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33As a writer of Chickasaw heritage, Linda Hogan centers herself and, consequently, her readers on what nature has to teach human beings and on the regenerative female forces that shape the world. The Chickasaw were matrilineal, which means the family line is passed down through the mother; other tribes, though recognizing men as their leaders, revered their women as the creative life force of the universe. Domination by Christian Europeans, Hogan maintains, has altered the traditional tribal balance between male and female power in American Indian life. In her works Hogan seeks to restore that balance and to offer ancient wisdom about nature in mythological yet contemporary terms.
Works in Biographical and Historical Context
Born in Denver on July 17, 1947, to Charles Henderson, a Chickasaw, and Cleona Bower Henderson, Hogan was raised in various locations as her father was transferred from post to post by the U.S. Army. But, she has always regarded Oklahoma, where her father’s family lives, as her home. In her autobiographical essay ”The Two Lives” (1987), she writes of her mother’s ancestors, who settled in the Nebraska Territory. Drawing on a journal she inherited, Hogan describes the settlers’ desperation after crop failures and grasshopper plagues, which was compounded by the government’s policy of killing the buffalo that both Indians and non-Indians needed for survival. At the same time, Native Americans were being forced off their lands, removed to new places, crowded together, and sometimes killed outright. As Hogan notes, ”It was a continuing time of great and common acts of cruelty and violence.”
In her recitation of her job history in ”The Two Lives,” one can readily see why Hogan feels loyalty toward the working poor: ”I worked at many… low-paying jobs, in nursing homes, in dental offices, and filing for a collection agency.” She obtained her undergraduate degree as a commuter student at the University of Colorado at Colorado Springs and other schools, only to find much of the educational experience lacking in relevance to her own life. Nonetheless, she became aware of working-class writers whose stories run parallel to those of her family and the family of her former husband, Pat Hogan.
Hogan received her M.A. in English and creative writing from the University of Colorado at Boulder in 1978. She taught at several universities in Colorado and Minnesota between 1977 and 1989; since 1989 she has taught in the American Indian Studies Program and the English department at the University of Colorado at Boulder. In addition, she gives lectures, readings, and workshops at other universities and in Native American communities and for Native American organizations. As a poet, fiction writer, essayist, and playwright Hogan has been committed to environmental preservation; she has worked as a volunteer in wildlife rehabilitation clinics in Minnesota and in Colorado.
Family and Fiction
Hogan adopted two daughters of Oglala Lakota heritage, Sandra Dawn Protector and Tanya Thunder Horse, in 1979. Many of the poems in her collection Eclipse (1983) portray a mother’s sense of helplessness in shielding her children from such destructive forces as war and nuclear waste.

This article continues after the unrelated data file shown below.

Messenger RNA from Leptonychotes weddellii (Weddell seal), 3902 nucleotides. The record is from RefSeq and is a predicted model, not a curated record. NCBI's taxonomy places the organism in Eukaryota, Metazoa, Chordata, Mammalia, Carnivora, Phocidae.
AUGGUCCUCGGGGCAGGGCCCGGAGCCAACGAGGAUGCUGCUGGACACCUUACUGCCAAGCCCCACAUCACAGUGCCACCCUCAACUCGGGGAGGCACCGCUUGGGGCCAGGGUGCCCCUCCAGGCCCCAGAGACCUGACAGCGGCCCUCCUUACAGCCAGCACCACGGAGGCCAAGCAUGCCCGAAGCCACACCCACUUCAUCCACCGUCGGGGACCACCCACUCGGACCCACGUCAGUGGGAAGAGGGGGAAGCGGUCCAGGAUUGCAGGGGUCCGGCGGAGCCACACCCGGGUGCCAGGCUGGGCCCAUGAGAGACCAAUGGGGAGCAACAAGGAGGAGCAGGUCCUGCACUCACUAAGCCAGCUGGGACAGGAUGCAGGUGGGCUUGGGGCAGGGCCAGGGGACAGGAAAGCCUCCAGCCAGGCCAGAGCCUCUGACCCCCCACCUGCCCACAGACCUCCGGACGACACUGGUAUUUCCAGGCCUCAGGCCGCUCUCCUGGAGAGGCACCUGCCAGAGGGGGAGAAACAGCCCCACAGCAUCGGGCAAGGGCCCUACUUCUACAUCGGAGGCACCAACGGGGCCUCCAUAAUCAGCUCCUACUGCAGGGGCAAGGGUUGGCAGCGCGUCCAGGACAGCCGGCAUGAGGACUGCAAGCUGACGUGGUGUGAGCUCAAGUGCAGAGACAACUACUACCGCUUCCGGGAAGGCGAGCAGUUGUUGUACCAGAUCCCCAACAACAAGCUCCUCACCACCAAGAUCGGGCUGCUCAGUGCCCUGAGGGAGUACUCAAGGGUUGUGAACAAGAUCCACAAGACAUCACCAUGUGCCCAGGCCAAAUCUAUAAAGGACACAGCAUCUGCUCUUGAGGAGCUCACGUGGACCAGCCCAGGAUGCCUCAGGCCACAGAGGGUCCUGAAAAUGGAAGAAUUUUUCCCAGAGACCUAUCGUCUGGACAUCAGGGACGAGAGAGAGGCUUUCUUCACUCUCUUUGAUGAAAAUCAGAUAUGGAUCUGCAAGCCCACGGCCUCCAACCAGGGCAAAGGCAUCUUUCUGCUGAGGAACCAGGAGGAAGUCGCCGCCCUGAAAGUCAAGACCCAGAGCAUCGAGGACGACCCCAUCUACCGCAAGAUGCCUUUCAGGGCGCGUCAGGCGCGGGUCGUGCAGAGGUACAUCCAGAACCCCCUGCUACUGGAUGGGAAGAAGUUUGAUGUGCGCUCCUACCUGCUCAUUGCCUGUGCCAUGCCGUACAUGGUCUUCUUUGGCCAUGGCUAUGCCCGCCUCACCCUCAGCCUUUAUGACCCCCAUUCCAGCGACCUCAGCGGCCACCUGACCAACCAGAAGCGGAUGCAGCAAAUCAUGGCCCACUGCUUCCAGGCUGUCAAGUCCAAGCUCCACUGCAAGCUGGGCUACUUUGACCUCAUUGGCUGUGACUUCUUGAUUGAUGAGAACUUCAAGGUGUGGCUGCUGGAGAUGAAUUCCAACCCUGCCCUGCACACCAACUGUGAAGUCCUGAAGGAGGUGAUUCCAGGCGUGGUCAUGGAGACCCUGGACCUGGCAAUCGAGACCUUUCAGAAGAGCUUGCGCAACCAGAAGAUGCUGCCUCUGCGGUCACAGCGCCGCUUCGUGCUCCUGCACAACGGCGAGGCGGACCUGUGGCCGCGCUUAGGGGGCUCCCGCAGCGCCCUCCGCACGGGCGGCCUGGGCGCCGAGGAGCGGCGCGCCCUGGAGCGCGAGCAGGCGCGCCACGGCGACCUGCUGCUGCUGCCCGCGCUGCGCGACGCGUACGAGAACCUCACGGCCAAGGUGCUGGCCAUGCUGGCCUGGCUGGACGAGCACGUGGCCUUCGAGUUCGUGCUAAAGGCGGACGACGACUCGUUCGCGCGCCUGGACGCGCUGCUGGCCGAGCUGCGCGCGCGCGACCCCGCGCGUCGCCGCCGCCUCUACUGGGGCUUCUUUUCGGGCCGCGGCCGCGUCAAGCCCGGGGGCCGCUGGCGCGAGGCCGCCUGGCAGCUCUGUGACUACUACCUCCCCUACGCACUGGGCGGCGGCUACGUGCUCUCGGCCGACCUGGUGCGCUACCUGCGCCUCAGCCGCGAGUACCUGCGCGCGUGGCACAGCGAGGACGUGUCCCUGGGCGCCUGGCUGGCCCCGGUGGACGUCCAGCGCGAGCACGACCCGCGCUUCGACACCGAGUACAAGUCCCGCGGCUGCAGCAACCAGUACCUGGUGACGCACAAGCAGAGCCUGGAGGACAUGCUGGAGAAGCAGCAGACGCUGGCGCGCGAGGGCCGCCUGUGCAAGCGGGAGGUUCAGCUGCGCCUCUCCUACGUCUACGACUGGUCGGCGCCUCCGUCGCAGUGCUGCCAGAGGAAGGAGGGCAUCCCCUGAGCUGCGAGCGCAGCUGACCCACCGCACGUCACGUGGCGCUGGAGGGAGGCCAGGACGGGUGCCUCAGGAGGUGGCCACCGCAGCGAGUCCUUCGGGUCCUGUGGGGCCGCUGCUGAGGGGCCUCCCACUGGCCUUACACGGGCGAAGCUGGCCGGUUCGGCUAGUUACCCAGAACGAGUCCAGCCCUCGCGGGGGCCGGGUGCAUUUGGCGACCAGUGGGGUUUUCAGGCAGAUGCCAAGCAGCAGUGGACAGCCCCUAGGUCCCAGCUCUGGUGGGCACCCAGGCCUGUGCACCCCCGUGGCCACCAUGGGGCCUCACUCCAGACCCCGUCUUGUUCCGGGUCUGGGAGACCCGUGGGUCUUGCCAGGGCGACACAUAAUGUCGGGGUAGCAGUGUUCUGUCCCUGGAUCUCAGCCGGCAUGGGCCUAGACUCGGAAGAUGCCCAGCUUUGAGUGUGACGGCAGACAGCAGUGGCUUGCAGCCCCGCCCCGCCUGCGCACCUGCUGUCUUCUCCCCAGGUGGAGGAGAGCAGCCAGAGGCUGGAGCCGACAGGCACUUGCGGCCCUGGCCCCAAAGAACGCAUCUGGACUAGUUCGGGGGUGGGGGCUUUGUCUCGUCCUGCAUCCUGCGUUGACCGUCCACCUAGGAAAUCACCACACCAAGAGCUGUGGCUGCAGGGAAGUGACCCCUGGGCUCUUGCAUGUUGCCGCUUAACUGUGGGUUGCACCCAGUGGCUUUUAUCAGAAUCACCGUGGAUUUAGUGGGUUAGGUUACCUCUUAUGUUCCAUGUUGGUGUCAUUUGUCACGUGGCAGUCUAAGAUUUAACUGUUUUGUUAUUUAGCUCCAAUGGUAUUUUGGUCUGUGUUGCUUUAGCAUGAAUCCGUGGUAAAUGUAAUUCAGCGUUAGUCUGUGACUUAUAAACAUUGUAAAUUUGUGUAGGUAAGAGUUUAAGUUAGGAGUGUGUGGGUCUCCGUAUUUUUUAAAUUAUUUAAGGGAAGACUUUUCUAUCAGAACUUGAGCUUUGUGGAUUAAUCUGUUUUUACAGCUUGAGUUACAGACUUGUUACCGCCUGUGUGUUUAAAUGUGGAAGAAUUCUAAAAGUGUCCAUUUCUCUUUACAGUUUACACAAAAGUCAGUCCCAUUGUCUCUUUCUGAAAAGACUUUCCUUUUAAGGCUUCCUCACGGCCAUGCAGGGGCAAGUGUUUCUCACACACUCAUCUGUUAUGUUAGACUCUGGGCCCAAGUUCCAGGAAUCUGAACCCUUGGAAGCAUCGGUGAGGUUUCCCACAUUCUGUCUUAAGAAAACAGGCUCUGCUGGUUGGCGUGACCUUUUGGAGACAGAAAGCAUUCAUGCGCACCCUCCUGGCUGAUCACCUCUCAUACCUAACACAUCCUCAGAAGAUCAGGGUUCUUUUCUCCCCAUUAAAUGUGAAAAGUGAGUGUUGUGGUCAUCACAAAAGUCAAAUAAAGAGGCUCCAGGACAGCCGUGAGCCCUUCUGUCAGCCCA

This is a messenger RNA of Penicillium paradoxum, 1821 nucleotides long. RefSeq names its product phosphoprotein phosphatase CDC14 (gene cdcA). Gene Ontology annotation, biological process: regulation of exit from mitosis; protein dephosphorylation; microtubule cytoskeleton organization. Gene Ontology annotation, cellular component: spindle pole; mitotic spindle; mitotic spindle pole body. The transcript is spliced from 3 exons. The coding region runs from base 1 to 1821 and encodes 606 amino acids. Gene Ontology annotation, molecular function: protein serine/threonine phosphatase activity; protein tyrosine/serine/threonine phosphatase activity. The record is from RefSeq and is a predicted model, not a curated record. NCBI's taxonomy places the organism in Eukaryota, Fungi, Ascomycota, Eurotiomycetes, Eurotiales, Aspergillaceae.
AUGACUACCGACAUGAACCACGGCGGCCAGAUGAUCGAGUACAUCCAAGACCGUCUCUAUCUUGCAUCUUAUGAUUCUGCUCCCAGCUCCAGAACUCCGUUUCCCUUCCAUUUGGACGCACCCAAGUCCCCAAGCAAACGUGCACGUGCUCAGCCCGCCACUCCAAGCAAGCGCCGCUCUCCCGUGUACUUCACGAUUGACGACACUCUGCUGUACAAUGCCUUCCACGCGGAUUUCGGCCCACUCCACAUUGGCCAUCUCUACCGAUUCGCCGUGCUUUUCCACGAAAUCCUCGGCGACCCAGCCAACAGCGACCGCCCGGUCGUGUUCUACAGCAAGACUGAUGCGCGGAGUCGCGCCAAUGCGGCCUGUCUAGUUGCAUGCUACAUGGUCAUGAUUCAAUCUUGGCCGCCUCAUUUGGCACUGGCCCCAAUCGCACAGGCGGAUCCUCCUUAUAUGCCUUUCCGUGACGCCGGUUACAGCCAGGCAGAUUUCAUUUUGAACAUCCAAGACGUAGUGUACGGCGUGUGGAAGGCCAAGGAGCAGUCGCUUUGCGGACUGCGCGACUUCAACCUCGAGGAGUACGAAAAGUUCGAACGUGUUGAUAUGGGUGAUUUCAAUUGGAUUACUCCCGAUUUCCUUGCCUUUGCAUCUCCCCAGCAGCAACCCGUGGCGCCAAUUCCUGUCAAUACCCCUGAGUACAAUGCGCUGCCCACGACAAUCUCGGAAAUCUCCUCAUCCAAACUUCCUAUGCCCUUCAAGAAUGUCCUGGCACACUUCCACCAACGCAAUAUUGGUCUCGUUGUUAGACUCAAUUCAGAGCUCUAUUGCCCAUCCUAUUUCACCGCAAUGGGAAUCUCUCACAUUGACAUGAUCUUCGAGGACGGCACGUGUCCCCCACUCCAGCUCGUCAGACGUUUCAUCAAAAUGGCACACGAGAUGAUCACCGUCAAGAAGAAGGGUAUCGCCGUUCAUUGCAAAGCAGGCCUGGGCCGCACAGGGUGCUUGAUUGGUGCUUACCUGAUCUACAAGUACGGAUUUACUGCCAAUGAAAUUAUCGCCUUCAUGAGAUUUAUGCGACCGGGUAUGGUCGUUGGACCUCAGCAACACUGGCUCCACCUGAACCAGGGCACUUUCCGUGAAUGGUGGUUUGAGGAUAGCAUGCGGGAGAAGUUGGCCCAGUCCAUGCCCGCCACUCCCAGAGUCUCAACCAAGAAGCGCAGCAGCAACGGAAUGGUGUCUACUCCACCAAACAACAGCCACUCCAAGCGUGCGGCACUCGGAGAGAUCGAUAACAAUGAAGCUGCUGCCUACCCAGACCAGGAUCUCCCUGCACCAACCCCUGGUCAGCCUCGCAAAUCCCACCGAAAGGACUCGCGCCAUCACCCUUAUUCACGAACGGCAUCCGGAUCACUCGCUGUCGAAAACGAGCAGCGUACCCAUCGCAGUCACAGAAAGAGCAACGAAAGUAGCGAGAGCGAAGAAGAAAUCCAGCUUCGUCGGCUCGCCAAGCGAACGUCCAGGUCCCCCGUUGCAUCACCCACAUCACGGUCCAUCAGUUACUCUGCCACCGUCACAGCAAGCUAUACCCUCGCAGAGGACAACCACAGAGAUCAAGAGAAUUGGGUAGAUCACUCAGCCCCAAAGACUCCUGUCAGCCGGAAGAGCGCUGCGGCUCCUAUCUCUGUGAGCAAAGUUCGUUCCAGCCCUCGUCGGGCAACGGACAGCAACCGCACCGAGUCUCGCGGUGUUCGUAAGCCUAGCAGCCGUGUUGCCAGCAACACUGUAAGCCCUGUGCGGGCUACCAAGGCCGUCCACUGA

In addition to poetry, Hogan also writes short stories and novels. In a 1988 interview Bo Scholer asked Hogan how she perceived the distinctions among ”fact, history, fiction and truth.” ”Fiction may be a dance along the razor’s edge of paradox,” she replied. Fiction at its best functions much as myth does, as a spotlight on greater truths than who did what, where, and why, according to Hogan. First published in the Missouri Review in 1989 and selected for inclusion in The Best American Short Stories the same year, ”Aunt Moon’s Young Man” is narrated by a Chickasaw girl. Hogan captures the sensibility of budding womanhood in her young protagonist’s struggles to understand sex and family; through conversations and interactions between the protagonist and her mother, Hogan delicately presents the mother’s valiant efforts at parenting, in spite of her feelings of dissatisfaction. Throughout, the reader sees the little things people do—for better or for worse—to make themselves feel important and useful.
As the bearers of life, women have, says Hogan, a special responsibility in taking care of life. Her poetry collection Book of Medicines (1993) lays out a plan in which a new vision of the world takes shape; in Hogan’s poem, God resides not above, but within nature. Biblical events from the Creation to the Fall from Grace to the Redemption are reinterpreted. ”The History of Red” presents a vision of the first humans’ harmony with animals and the rest of creation; the sections that follow, ”Hunger” and ”The Book of Medicines,” represent the Fall and the Redemption, respectively.
Two books appeared late in 1995. Dwellings: A Spiritual History of the Living World gathers seventeen essays that express Hogan’s belief in the interconnectedness of all life forms. In the preface she says that she writes ”out of respect for the natural world, recognizing that humankind is not separate from nature.” In the novel Solar Storms, seventeen-year-old Angela Jensen leaves her foster home in Oklahoma and travels to a rural village in Minnesota called Adam’s Rib. There she meets her great-grandmother, her great-great-grandmother, and Bush, the woman who cared for her when she was a baby. Together, they journey in canoes searching for the great-great-grandmother’s birthplace, which will be destroyed by a proposed hydroelectric dam. Both Dwellings and Solar Storms continue Hogan’s celebration of the natural world and her powerful critique of those who scar that world. In 2008 she published another novel, People of the Whale, and a book of poems, Rounding the Human Corners.